Variational bound integration
To approximate the integral of a function, lower bound the function and then integrate the lower bound. Not to be confused with Jensen bound integration. Variational Bayes applies this technique to the likelihood function for integrating out parameters. The EM bound can be used for this, or any of the simpler bounds used for variational bound optimization.
Jensen bound integration
To approximate the integral of a function, apply Jensen's inequality to turn the integral into a product which lower-bounds the integral. The bound has free parameters which are chosen to make it as tight as possible. Unlike variational bound optimization, the integrand itself does not need to be bounded, and very different answers can result from the two methods.
To approximate the integral of a function, approximate each factor by sequential moment-matching. For dynamic systems, it generalizes Iterative Extended Kalman filtering. For Markov nets, it generalizes belief propagation. See A roadmap to research on EP.
A method for function optimization which iteratively maximizes a local quadratic approximation to the objective function (not necessarily a lower bound as in Expectation-Maximization). If the local approximation is not quadratic, we have a generalized Newton method. See "Beyond Newton's method".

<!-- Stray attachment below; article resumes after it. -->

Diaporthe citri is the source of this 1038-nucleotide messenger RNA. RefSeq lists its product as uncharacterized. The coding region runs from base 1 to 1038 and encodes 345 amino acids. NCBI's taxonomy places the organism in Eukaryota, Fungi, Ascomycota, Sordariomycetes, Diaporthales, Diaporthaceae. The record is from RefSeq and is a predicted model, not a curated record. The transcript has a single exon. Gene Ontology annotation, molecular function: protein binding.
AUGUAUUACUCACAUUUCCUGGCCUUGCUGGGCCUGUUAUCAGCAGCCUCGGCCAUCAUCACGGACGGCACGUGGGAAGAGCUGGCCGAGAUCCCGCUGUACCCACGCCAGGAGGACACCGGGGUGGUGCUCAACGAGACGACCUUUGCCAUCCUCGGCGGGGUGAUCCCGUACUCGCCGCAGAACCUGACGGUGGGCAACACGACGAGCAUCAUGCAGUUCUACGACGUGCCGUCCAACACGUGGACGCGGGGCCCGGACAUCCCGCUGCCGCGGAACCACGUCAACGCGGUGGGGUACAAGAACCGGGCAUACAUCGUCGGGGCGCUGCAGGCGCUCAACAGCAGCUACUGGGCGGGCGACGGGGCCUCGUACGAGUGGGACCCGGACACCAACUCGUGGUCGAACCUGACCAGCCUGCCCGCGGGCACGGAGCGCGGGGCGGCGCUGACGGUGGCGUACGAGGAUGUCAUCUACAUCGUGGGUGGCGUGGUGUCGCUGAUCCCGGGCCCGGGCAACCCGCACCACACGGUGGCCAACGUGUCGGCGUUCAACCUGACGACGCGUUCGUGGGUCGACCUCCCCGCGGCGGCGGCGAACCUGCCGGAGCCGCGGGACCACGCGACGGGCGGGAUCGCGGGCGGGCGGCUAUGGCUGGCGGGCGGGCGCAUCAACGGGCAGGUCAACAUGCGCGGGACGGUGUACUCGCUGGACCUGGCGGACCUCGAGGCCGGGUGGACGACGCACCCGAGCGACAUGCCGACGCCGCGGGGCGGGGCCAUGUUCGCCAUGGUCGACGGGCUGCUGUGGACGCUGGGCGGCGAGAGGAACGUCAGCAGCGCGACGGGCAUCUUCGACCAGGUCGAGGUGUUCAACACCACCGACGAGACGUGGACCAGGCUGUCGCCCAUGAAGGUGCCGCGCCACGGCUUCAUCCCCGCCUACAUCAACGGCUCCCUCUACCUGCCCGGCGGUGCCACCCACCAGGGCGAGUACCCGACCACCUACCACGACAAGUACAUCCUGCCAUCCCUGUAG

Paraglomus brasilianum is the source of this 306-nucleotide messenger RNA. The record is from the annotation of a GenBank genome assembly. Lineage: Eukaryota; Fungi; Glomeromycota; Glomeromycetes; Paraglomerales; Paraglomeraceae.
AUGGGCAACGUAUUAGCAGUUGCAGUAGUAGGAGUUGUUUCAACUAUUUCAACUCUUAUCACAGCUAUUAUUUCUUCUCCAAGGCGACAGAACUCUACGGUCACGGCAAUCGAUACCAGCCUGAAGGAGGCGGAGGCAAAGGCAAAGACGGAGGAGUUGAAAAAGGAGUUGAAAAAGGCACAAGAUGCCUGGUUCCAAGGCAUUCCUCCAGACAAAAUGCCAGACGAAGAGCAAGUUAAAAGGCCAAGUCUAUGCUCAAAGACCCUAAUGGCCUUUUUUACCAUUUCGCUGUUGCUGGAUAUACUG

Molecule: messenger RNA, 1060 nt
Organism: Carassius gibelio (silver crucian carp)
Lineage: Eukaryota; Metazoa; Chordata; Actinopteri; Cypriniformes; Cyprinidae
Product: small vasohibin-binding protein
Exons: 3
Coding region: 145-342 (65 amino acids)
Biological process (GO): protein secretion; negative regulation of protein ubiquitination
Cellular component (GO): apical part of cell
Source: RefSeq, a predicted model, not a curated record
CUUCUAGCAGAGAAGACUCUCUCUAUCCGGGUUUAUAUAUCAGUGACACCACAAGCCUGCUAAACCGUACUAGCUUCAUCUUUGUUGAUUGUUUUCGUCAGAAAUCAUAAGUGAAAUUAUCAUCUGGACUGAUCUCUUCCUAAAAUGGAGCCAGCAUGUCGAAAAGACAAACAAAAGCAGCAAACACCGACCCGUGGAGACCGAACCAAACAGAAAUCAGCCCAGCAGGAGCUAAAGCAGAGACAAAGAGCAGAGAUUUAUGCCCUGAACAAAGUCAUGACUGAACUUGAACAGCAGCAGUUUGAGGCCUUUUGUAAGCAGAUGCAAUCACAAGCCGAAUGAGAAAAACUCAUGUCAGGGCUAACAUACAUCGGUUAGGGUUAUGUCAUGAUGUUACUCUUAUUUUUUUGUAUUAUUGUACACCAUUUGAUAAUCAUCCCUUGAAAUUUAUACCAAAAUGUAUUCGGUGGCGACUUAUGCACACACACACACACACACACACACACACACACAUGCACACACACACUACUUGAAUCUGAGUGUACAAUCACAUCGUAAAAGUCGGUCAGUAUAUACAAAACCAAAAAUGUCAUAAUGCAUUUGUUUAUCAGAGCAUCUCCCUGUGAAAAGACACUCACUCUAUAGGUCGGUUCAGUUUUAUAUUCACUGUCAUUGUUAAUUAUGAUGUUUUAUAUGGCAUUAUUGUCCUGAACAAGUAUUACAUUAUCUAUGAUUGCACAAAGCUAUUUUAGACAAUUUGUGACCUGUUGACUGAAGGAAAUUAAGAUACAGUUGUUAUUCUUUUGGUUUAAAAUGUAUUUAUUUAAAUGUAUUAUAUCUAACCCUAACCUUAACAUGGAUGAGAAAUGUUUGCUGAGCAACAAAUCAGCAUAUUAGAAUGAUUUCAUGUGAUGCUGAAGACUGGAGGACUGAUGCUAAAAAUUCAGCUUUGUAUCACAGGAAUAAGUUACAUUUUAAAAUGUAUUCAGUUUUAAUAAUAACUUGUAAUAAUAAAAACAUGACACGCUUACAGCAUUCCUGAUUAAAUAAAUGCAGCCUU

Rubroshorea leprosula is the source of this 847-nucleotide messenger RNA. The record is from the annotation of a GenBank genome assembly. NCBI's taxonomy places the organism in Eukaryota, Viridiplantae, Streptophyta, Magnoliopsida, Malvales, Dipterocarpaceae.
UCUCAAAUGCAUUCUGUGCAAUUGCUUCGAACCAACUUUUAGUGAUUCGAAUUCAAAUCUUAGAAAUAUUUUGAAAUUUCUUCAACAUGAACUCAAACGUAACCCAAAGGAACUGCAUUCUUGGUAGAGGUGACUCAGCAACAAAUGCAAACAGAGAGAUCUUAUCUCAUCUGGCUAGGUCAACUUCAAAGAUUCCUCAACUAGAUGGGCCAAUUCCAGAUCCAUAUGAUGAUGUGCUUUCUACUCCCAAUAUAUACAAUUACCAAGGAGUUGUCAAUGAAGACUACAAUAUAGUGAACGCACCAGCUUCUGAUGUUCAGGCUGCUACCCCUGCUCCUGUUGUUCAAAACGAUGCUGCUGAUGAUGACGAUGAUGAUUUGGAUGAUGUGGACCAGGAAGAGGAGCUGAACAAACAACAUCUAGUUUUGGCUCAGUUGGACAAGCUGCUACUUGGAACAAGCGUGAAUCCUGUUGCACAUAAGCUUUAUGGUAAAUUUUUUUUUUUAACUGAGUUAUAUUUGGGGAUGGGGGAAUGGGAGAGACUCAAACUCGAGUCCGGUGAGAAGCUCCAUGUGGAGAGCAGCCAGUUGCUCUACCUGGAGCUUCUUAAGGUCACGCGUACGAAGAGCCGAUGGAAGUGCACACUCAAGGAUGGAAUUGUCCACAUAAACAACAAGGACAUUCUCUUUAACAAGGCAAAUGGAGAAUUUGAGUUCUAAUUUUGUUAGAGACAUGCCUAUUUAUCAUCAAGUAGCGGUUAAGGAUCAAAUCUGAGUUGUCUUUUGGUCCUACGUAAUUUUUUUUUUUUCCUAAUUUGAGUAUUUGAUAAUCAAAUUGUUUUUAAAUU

Iteratively Reweighted Least Squares
A method for maximum likelihood estimation of a generalized linear model. It is equivalent to Newton-Raphson optimization. See McCullagh&Nelder.
A method for maximum likelihood estimation of a feed-forward neural network. It is equivalent to steepest-descent optimization. See Bishop.
A method for maximum likelihood estimation of a generalized additive regression. You iteratively optimize each f_i while holding the others fixed. It is equivalent to the Gauss-Seidel method in numerical linear algebra. See Hastie&Tibshirani and "Bayesian backfitting".
An algorithm for inferring the next state or next observation of a Linear Dynamical System. By making the state a constant, it can also be used for incrementally building up a maximum-likelihood estimate of a parameter. See "An Introduction to the Kalman Filter" (with links), "Dynamic Linear Models, Recursive Least Squares and Steepest Descent Learning", "From Hidden Markov Models to Linear Dynamical Systems", and Gelb (Ch.4).
Extended Kalman filtering